In theory, these hybridcasual games could keep the best parts of hypercasual – wide appeal, relatively low resource for production, while integrating elements from mid-core like progression and even live ops.

The first trailblazer in this category was Archero, publisher by Habby. That title generated approximately $200 million, according to AppMagic. In more recent times, Habby has followed up this success with other hits such as Survivor.io, which AppMagic estimates had accumulated $75 million from player spending alone as of October 2022, and most recently Sssnaker

It’s still very much a burgeoning category, but one that some publishers are going all in on. Speaking to MobileGamer.biz, SayGames CEO Yegor Vaikhanski said hypercasual companies “must adapt or die”, and said his firm, famous for titles such as Delete One Part, is shifting its focus to hybridcasual titles. Voodoo casual games VP Alvaro Duarte, meanwhile, also told MobileGamer.biz that Voodoo is pivoting to launching just four games per year as it focuses on hybridcasual. Homa Games and Kwalee have also opened divisions focused on the category. With a number of publishers jumping in, Sensor Tower estimates that hybridcasual titles generated $1.4 billion worldwide in 2022, picking up 5.1 billion installs.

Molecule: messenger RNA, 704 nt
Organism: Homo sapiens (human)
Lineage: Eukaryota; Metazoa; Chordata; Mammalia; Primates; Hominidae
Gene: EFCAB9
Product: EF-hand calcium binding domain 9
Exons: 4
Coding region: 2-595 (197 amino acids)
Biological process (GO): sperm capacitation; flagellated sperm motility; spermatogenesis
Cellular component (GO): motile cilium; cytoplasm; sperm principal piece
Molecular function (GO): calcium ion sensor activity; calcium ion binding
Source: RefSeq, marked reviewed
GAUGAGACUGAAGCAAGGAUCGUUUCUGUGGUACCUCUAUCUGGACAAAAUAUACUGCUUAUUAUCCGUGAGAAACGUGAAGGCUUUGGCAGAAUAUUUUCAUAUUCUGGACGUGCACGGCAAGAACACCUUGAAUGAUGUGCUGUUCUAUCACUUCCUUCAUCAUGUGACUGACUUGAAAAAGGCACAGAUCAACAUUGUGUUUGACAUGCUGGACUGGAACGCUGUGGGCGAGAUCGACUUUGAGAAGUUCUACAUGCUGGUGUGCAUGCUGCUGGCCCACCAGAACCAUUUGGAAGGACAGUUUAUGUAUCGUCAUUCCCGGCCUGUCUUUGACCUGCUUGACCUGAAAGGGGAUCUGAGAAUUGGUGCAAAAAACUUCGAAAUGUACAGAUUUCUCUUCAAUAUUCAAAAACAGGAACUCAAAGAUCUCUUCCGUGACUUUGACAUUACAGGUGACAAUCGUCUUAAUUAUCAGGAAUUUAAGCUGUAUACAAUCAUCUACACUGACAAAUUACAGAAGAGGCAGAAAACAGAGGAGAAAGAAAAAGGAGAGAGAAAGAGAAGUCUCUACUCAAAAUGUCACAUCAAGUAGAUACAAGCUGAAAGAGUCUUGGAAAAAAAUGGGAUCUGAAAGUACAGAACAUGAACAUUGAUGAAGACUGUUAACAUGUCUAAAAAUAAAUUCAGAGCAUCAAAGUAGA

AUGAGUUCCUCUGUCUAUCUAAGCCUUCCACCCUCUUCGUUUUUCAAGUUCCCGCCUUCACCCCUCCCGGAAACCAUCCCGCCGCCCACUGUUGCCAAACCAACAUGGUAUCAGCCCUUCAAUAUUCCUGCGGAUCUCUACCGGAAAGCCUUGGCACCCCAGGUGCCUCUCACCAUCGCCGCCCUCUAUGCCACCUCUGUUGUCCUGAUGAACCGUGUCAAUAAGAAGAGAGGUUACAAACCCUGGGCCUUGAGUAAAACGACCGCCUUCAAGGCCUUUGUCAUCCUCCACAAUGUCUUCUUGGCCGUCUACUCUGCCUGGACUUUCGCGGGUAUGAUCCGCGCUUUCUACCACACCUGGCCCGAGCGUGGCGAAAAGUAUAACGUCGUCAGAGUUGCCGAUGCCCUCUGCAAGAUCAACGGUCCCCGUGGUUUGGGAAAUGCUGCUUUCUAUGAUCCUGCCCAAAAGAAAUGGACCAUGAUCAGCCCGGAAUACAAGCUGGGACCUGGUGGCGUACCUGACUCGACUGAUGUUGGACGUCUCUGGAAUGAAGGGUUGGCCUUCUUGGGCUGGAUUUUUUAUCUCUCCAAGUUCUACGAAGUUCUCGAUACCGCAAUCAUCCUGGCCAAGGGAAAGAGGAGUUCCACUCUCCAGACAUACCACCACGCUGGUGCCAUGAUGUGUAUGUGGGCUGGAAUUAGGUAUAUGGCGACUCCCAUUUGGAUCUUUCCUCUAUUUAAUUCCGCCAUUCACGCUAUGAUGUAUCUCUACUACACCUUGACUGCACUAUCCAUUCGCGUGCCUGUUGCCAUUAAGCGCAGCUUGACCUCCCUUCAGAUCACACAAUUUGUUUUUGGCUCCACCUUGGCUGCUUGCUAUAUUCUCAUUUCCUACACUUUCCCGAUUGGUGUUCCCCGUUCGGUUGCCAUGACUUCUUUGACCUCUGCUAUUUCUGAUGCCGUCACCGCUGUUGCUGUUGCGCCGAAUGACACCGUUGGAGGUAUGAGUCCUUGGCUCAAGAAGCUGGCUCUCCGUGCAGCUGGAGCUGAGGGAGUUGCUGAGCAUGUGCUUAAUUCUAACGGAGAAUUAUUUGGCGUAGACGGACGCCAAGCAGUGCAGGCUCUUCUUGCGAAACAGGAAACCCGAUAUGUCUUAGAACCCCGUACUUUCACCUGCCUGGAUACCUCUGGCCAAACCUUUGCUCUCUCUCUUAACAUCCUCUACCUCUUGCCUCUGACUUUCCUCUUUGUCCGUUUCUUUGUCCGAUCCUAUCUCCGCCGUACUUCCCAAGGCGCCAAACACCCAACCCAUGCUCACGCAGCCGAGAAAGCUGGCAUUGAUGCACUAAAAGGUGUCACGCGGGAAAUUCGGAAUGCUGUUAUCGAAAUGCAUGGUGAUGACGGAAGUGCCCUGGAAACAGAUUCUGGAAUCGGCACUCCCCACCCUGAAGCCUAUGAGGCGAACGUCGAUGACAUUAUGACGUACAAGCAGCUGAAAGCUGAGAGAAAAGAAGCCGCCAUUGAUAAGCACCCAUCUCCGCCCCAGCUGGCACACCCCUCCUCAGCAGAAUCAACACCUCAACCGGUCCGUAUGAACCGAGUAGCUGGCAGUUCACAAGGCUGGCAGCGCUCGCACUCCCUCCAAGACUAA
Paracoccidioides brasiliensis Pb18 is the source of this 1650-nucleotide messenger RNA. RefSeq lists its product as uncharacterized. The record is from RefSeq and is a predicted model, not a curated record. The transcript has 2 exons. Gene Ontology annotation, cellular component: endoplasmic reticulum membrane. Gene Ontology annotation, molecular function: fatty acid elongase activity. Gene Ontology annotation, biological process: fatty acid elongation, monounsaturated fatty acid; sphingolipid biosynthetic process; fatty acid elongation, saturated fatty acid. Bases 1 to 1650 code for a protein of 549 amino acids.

Notable games from these companies in the hybridcasual space so far include Voodoo’s Mob Control and Collect em All, Homa Games’ Fight For America and SayGames’ Dreamdale and My Little Universe.

Whether hybridcasual becomes a large enough category to usurp hypercasual remains to be seen. It will be a challenging pivot for hypercasual publishers whose businesses are built for a different industry. One thing’s for sure, hybridcasual is one trend to watch in 2023.